It’s unclear who pulled the amendment from the House version, but the White House likely pressured Congress to change it. Immediately following the passage of the amendment, the White House threatened to veto the bill citing it “limits his ability to pursue his defense strategy and trespasses on his power.”

Other activist groups are encouraging the President to veto the bill over restrictions placed on dealing with Guantanamo detainees.

Now that the bill is back to being as tyrannical as it can be for the American people, we can expect President Obama to once again sign it into law under the cover of darkness like he did last year late New Year’s Eve.

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  • karen

    Is house arrest a possiblity? If you are not allowed to leave your house, and at the same time have never been charged with a crime, then how can you get access to a lawyer or Judge?

  • intrinsic

    And the government wonders why we cling to our guns and bibles!

  • Orwellian States

    Thank you John Rino McCain. You have crossed to the dark side and sold what is left of freedom in this nation.

  • ncjoe

    Let’s see, the house is controlled by th repubs, and this bill passed the house. And you fuckheads scream about Obama and the dems taking your rights. You may want to give intelligent reconsideration to your position. Oh, that’s right , intelligent thought is frowned upon here. Just a mindless adherence to moronin propoganda.

    • Mark

      You really need to get past this democrat and republican issue… Left or Right doesn’t matter….it is now a ruling political class and a false dichotomy. It is time for real change and neither party is going to do that…it is not in their best interest. They do have Control hence NO CHANGE… Our Constitution, Article I, Section 9, second sentence: “The Privilege of the Writ of Habeas Corpus shall not be suspended, unless when in Cases of Rebellion or Invasion the public Safety may require it.” What rebellion? What invasion?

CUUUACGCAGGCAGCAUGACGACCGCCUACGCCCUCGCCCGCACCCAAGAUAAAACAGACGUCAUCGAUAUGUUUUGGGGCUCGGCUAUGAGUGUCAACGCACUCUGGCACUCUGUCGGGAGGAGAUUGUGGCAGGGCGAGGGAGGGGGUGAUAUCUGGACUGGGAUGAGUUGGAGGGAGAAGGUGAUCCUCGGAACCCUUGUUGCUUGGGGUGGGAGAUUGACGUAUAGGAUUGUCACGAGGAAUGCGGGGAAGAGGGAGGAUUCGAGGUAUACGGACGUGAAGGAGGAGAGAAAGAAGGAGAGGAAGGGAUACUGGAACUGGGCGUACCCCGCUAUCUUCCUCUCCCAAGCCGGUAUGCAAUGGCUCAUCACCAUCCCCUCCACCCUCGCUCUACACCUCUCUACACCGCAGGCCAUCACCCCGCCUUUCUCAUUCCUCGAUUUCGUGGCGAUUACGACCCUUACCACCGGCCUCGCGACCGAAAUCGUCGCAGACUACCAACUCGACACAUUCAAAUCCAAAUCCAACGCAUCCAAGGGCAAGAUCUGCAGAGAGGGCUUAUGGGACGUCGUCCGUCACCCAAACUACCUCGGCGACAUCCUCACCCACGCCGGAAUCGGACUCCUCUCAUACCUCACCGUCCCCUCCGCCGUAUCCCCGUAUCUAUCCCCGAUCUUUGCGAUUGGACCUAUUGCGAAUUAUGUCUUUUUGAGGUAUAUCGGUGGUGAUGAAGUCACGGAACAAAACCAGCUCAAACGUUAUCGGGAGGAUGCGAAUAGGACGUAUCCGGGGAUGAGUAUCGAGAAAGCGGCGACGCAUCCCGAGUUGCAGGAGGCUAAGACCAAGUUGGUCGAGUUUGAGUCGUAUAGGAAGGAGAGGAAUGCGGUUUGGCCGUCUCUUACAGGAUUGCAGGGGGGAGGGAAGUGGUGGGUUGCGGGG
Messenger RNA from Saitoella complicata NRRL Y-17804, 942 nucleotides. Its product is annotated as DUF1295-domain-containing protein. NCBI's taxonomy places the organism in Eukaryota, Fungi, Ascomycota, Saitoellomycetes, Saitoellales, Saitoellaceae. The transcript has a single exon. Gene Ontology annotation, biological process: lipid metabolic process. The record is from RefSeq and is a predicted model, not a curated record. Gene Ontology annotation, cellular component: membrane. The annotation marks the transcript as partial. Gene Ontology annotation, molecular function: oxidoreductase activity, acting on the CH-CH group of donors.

ncjoe keep waiting to see you comment without attacking people with profanity…you say “intelligent thought is frowned upon here.” I do not believe that to be the issue. I think you’re a far left liberal that can’t stand the fact of other people not sharing your warped views. Also your profanity shows GREAT WEAKNESS… Have a great day.

    • ThatSkepticGuy

      Except for the fact that, like the PATRIOT Act, the broad majority of Dems in both houses approved and Obama signed NDAA last year, you partyline towing jackass.

  • David

    Yeah and the other two RINO from Tennessee !!! Alexander and Corker!! Couple of sad sacks!!! We will remember!!!

  • eric d.

    Senator R. Paul is wrong! (Even if for the right reasons!)The Feinstein amndt. didn’t stop indefinite detention without charge or trial of Americans. It gives US Congress the authority to authorize it! The AUMF & NDAA 2102 & 2013 are a systematic assault against the constitutional rights of Americans & a travesty of the US constitution & international rule of law. These bills provide the legal basis for a military secret police state. And remember: the Nazis took power in Weimar Germany under Art. 48 of the German constitution which allowed them to suspend the rule of law & rule by dictatorship. Exactly the same provisions have now been authorized by US Congress. Just hope & pray they never get around to enforcing them…

  • Mike Purnell

    “…never get around to enforcing them,”

  • Soon they will export all unemployed and elderly just to keep their numbers right and their costs down. Too bad they cannot self deport themselves. However I bet if there was a vote???